Valeant partner Cosmo turns wannabe IBS-D rival, and it could do some sales damage: analyst

Valeant's Xifaxan could see market share slip if Cosmo can successfully launch rifamycin SV in IBS-D, Wells Fargo analyst David Maris says.

Valeant partners with Cosmo Pharmaceuticals on ulcerative colitis med Uceris. But in the IBS arena, the teammates may soon be at odds—and one analyst thinks Wall Street is underestimating the toll that could take on the Canadian drugmaker.

Ireland-based Cosmo kicked off a phase 2 trial last month of candidate rifamycin SV, Wells Fargo’s David Maris wrote in a recent note to clients—and if that product can win approval, it’ll go head-to-head with key Valeant moneymaker Xifaxan. The company is testing regimens of three doses per day, on par with Xifaxan, as well as two doses per day, and if the less-frequent schedule is effective, it could give Cosmo a leg up.

Of course, that’s still a big “if,” and with the study only in phase 2, Cosmo has a long way to go before it can win an IBS-D indication. But Maris, for one, sees a way that Cosmo could begin poaching Xifaxan’s market share sooner.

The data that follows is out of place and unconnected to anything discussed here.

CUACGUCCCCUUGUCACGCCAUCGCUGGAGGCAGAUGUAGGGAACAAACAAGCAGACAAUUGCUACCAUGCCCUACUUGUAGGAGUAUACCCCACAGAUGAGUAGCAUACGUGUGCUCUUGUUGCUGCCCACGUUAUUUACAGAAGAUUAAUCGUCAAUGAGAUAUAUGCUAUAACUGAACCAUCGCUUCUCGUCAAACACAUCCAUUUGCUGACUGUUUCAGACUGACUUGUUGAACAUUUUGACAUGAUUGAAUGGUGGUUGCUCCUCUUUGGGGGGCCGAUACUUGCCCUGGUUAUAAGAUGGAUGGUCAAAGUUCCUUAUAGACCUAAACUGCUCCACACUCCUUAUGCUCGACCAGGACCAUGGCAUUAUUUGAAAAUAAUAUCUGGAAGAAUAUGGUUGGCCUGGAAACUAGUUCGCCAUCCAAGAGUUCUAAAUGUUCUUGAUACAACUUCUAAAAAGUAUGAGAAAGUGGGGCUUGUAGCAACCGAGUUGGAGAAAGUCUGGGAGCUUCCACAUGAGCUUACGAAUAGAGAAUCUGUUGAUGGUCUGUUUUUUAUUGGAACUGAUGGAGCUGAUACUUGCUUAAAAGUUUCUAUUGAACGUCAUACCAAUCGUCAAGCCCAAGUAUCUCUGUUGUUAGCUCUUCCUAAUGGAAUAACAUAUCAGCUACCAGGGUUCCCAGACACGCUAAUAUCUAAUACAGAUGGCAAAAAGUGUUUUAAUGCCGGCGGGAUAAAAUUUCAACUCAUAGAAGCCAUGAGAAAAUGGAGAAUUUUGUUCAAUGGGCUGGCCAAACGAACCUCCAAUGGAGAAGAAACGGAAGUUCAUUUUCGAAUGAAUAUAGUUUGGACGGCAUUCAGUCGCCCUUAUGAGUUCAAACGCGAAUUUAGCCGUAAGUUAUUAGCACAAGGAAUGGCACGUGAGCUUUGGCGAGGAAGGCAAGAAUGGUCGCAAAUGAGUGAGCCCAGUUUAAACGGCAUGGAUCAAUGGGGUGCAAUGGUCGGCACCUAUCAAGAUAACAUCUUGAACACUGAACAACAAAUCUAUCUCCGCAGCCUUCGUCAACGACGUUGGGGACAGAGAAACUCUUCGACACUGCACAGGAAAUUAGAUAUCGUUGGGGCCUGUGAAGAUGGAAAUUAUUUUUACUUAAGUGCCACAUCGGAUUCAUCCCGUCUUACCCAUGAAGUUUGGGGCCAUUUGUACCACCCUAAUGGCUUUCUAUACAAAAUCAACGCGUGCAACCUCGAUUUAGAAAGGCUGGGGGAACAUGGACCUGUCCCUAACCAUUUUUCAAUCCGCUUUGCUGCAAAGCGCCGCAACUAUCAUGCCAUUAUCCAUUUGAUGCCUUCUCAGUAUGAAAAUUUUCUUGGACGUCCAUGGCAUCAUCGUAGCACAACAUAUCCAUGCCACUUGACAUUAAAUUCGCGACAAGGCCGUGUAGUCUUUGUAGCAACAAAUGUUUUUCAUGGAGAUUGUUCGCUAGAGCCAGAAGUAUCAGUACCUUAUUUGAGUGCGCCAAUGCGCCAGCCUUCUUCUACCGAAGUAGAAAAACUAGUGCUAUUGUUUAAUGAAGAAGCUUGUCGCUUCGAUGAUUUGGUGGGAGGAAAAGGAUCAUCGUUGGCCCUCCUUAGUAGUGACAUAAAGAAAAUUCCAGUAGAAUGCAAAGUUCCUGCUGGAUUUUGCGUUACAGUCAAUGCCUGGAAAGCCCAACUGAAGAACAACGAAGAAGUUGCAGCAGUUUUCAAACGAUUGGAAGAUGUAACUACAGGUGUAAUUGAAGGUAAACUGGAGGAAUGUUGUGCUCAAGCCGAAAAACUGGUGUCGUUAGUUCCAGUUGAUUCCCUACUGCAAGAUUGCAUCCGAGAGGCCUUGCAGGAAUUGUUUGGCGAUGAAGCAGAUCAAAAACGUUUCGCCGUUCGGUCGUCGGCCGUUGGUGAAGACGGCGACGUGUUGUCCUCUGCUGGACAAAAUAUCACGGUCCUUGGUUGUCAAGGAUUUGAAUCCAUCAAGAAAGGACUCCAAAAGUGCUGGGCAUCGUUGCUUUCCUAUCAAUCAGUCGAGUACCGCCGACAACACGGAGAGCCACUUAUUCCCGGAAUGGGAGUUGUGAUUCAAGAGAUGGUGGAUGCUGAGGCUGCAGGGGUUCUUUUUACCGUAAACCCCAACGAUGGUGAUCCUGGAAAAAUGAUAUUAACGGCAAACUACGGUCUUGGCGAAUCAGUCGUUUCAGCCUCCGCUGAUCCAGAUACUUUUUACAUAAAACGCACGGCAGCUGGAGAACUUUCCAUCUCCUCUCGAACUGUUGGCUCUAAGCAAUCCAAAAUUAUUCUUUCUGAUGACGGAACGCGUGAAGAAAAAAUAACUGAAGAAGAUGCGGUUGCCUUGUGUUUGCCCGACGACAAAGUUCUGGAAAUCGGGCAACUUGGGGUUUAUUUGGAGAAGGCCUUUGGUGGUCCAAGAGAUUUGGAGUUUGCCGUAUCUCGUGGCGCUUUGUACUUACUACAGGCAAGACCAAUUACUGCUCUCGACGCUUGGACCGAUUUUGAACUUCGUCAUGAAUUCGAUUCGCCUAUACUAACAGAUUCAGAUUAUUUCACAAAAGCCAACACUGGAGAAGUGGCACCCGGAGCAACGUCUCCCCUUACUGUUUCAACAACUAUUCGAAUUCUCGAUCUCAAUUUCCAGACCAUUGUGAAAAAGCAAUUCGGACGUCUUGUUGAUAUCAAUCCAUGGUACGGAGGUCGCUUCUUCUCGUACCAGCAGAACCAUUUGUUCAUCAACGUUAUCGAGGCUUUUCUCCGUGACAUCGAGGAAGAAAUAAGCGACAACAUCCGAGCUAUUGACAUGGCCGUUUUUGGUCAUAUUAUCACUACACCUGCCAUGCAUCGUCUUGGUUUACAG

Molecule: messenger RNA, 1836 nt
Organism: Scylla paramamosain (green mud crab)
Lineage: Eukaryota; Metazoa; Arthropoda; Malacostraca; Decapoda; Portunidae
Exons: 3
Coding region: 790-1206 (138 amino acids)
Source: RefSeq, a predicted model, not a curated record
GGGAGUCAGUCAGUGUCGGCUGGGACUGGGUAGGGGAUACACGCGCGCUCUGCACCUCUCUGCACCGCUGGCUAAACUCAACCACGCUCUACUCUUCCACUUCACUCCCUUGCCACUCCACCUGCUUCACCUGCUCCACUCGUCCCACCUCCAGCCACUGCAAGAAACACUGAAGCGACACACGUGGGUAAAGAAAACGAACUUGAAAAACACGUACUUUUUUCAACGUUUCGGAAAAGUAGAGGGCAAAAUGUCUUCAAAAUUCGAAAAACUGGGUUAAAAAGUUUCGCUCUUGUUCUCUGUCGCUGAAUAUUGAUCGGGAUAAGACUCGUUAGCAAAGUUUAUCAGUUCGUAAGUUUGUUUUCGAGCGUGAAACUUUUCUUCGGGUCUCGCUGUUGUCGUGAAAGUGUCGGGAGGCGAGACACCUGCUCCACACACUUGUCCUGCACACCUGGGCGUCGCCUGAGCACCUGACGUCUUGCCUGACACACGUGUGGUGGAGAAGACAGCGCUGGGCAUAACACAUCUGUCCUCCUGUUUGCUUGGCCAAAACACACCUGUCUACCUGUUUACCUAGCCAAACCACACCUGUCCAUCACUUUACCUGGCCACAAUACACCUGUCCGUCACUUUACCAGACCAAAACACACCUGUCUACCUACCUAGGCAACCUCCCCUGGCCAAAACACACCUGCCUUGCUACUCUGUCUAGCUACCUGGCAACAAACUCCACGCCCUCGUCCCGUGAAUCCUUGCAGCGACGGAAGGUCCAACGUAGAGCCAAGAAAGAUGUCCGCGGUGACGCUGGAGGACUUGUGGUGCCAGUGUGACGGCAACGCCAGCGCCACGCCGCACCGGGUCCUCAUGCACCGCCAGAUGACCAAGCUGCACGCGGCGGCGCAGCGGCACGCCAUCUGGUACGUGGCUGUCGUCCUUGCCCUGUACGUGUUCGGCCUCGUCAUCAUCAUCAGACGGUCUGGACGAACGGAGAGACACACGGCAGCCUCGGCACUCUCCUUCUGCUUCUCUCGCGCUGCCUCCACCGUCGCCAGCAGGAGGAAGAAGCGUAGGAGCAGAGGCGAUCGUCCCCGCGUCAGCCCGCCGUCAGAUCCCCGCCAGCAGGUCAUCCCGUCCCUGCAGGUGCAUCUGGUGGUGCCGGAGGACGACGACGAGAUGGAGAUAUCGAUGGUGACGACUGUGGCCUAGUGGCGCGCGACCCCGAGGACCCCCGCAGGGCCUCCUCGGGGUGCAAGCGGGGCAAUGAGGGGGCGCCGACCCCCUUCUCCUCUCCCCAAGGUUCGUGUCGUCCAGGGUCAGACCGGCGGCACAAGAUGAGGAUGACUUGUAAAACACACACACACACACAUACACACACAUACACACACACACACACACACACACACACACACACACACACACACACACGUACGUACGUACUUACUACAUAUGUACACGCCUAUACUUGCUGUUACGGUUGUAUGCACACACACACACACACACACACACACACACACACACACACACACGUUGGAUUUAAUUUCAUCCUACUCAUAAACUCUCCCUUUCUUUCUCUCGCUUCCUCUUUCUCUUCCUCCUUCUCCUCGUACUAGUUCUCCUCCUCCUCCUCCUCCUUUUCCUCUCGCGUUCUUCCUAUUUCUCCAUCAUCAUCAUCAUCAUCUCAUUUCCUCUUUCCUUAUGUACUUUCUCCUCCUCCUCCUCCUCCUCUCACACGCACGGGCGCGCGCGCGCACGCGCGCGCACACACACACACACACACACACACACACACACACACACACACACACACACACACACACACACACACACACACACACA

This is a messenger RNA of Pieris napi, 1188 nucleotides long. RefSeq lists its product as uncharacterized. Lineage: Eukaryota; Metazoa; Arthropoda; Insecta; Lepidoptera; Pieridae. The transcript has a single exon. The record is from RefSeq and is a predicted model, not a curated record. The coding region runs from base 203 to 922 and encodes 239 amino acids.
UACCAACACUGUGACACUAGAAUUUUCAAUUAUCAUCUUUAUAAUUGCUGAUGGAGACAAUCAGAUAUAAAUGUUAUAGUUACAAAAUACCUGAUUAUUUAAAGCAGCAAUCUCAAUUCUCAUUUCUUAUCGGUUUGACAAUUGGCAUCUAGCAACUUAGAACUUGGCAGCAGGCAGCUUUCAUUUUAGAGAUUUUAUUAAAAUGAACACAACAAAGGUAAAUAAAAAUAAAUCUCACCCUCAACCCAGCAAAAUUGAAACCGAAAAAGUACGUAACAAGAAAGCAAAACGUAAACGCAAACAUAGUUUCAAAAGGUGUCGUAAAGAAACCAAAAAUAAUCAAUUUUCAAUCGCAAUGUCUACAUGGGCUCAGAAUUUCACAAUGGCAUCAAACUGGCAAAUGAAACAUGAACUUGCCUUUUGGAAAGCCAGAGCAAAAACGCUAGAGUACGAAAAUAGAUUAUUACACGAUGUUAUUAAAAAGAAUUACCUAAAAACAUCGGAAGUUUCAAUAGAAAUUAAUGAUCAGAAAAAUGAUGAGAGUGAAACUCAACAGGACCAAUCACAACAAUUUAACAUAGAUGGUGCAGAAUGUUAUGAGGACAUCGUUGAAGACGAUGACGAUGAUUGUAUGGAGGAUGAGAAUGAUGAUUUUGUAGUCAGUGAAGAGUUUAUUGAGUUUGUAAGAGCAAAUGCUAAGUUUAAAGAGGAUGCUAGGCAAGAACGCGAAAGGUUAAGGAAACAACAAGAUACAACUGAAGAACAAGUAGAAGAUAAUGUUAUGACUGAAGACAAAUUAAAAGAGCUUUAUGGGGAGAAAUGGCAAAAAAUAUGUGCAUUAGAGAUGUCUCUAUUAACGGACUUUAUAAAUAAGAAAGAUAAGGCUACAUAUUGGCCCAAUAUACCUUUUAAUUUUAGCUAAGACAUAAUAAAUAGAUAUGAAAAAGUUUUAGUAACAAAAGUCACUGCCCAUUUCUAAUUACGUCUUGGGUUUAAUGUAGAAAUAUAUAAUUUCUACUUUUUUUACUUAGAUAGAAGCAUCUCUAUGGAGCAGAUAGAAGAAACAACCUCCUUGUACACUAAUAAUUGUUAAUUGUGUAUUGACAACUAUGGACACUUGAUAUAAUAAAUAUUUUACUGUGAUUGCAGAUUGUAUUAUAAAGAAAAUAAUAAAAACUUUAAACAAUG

The drugmaker is preparing to file rifamycin SV for an approval in traveler’s diarrhea “imminently,” Maris wrote, with a potential green light coming in the second half of this year and a launch early next. And the way he sees it, “[a] launch of Cosmo’s drug in traveler’s diarrhea would result in competition with Valeant’s Xifaxan both directly in traveler’s diarrhea and potentially indirectly with off-label use in IBS-D."

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“We believe the market has not considered the Cosmo rifamycin program as potential Xifaxan competition,” he added.

Extra competition is not what Valeant needs. It’s been working hard to revive struggling sales of Xifaxan for more than a year, in part by adding 250 primary care sales reps to its gastrointestinal salesforce. Thanks to that move, “trends have modestly improved,” Jefferies analyst David Steinberg wrote to clients last week, with sales annualizing at about $1.2 billion.

Meanwhile, Valeant—whose Salix unit almost bought Cosmo before selling itself to the Quebec-based pharma—are already in a tussle, Maris noted, though not of the sales variety. Cosmo wants its Uceris rights back from Valeant, and it’s currently waiting for a decision after an October liability hearing.